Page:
Astronomers may have spotted the second object ever to visit our solar system from another star system. The object may even fly near Mars in October.
Right now, the chances are much higher that the object, known as comet “C/2019 Q4 (Borisov)” (or “gb00234”), is interstellar, rather than a rock from within the solar system. But scientists are not yet entirely certain.
The first such interstellar object ever detected, the mysterious and cigar-shaped ‘Oumuamua (which a few scientists controversially argued may be alien in origin), zoomed through our solar system in 2017.
An amateur astronomer in Crimea, Gennady Borisov, first spotted C/2019 Q4 in the sky on August 30. It hasn’t yet entered our solar system, but astronomers have been collecting data in hopes of plotting the object’s path through space and figuring out where it came from.
“It’s so exciting, we’re basically looking away from all of our other projects right now,” Olivier Hainaut, an astronomer with the European Southern Observatory, told Business Insider. Hainaut was part of a global team of astronomers that studied ‘Oumuamua as it passed through the solar system two years ago.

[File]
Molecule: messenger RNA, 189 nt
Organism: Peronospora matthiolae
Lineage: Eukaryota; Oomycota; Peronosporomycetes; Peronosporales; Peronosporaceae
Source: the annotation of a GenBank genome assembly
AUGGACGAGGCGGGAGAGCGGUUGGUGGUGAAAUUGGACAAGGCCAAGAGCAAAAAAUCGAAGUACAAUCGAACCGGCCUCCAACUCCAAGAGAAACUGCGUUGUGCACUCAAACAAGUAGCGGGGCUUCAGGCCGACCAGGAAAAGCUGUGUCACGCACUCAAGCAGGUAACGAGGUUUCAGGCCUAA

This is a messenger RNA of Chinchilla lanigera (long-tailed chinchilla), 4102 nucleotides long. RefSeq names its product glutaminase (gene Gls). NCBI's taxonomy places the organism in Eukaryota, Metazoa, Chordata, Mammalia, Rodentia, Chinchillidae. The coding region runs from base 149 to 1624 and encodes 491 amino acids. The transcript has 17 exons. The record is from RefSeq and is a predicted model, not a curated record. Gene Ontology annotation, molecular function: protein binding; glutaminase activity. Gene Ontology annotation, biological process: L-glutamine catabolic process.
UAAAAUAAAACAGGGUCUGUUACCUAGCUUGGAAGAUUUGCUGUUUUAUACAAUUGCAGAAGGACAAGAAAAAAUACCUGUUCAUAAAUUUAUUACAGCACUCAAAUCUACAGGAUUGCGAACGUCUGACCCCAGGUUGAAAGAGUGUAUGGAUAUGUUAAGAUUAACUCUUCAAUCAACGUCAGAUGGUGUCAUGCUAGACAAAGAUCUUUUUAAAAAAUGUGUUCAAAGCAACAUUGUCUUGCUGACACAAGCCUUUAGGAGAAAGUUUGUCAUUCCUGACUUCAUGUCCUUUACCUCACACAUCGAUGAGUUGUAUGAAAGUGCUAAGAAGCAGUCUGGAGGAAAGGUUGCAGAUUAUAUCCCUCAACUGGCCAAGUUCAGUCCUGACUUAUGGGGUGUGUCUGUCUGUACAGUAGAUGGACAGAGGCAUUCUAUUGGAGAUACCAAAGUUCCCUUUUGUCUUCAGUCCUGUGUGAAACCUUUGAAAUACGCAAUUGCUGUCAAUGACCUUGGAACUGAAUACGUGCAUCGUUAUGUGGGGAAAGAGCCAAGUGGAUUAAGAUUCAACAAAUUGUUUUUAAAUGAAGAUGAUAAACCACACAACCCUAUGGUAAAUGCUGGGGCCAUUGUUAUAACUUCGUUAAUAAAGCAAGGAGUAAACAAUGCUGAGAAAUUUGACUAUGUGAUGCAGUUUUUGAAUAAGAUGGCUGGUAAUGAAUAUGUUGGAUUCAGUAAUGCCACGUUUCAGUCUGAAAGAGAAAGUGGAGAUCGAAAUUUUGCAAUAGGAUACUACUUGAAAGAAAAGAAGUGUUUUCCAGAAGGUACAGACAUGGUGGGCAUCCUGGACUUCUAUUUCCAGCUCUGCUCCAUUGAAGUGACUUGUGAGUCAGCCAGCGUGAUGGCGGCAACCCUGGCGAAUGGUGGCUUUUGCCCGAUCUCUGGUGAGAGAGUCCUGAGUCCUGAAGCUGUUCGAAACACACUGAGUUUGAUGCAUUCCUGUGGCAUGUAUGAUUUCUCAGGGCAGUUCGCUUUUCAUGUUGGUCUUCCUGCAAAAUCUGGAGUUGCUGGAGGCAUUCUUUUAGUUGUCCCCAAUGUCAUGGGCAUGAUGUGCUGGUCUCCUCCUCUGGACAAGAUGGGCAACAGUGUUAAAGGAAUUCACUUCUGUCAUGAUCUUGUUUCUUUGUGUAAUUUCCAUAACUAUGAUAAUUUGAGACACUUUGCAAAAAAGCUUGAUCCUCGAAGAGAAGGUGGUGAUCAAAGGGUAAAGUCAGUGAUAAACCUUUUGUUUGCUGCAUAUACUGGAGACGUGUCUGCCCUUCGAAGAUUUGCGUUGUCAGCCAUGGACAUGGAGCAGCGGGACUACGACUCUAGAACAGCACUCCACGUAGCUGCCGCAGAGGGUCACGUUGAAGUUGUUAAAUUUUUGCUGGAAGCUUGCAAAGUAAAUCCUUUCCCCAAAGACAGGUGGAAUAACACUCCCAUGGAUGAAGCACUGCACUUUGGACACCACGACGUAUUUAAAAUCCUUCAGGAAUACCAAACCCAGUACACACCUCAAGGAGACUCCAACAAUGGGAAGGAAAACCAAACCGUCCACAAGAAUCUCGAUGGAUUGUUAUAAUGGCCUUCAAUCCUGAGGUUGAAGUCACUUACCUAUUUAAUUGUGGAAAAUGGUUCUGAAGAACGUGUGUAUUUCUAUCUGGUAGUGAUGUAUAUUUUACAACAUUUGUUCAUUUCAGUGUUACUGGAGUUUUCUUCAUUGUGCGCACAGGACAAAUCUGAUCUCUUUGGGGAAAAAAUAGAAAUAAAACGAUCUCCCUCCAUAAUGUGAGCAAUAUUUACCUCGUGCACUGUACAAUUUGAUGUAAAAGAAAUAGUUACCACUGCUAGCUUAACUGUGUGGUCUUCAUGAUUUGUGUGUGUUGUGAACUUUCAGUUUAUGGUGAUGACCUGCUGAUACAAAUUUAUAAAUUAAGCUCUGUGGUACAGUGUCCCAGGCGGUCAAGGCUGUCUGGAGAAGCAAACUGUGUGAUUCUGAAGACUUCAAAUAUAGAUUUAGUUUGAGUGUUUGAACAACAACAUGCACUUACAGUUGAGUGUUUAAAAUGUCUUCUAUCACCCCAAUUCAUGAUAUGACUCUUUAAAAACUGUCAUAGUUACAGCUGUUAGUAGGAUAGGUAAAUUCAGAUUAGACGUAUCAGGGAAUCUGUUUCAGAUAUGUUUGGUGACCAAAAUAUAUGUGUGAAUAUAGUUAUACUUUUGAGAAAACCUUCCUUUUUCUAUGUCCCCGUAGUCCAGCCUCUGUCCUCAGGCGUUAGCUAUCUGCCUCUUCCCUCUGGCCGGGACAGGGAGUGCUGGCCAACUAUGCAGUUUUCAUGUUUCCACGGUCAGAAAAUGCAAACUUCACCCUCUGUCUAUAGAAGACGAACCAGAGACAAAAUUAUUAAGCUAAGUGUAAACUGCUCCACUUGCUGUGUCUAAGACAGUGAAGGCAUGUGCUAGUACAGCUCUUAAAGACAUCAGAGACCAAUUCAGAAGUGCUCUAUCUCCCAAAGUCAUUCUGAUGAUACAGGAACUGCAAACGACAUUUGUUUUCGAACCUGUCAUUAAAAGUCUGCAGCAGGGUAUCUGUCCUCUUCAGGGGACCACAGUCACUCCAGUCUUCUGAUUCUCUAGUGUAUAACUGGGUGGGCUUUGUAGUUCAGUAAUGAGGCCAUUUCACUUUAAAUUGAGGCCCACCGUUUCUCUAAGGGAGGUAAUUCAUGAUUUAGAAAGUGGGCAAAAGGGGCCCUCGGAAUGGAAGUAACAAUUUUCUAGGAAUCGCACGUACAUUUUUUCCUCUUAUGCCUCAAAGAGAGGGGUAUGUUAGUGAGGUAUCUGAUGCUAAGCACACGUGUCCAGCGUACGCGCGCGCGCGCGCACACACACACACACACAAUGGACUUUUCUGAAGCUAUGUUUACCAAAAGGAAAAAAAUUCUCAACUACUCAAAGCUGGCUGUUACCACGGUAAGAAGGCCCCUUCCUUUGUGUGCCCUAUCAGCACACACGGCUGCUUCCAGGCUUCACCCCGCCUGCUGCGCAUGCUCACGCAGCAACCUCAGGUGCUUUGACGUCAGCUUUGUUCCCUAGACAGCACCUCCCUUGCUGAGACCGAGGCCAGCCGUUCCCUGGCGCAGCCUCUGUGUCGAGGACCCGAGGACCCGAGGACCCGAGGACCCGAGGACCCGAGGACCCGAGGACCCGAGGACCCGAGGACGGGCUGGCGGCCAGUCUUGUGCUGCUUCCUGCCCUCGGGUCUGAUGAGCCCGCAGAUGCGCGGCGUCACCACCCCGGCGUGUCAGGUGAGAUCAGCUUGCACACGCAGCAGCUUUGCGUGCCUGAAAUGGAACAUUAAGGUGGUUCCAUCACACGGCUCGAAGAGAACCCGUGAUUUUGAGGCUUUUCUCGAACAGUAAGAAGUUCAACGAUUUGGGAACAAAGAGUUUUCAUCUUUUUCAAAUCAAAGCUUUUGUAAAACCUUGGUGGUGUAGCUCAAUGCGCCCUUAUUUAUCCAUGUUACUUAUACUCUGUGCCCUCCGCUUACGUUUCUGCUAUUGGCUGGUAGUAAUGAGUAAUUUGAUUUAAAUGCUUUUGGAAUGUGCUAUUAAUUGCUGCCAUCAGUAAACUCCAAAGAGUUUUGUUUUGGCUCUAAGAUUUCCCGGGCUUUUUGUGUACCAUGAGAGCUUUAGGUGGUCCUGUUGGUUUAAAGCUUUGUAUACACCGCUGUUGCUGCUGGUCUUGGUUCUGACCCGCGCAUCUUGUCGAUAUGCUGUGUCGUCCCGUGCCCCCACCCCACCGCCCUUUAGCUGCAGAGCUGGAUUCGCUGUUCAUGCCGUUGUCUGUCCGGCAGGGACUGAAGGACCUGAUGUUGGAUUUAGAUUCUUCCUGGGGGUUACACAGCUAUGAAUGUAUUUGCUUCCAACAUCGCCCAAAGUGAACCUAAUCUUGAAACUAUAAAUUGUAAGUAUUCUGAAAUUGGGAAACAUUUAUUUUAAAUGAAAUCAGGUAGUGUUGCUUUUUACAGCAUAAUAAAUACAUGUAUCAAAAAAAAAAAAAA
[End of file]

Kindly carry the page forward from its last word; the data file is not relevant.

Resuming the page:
“The main difference from ‘Oumuamua and this one is that we got it a long, long time in advance, ” he added. “Now astronomers are much more prepared.”
Why this newly discovered comet is likely from another star system
A telescope system at NASA’s Jet Propulsion Laboratory, called Scout, automatically flagged C/2019 Q4 as a potential interstellar object. Though the comet’s origin has not yet been confirmed, it’s traveling at 93,000 miles per hour and is expected to cross our solar system’s orbital plane on October 26.
“The high velocity indicates not only that the object likely originated from outside our solar system, but also that it will leave and head back to interstellar space,” Davide Farnocchia, who studies near-Earth objects at NASA, said in a press release.
The object’s core is between 1.2 and 10 miles (2 and 16 kilometers) in diameter. It’s expected to pass through our solar system outside Mars’ orbit and get no closer to Earth than 190 million miles (300 million kilometers).
Early images suggest C/2019 Q4 is followed by a small tail or halo of dust. That’s a distinct trait of comets — they hold ice that gets heated up by nearby stars, leading them to shoot out gas and grit into space. The dust could make C/2019 Q4 simpler to track than ‘Oumuamua, since dust brightly reflects sunlight.
That reflected light could also make it easier for scientists to study the object’s composition, since telescope instruments can “taste” light to look for chemical signatures.
“Here we have something that was born around another star and traveling toward us,” Hainaut said. “It’s the next best thing to sending a probe to a different solar system.”
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Source: Business Insider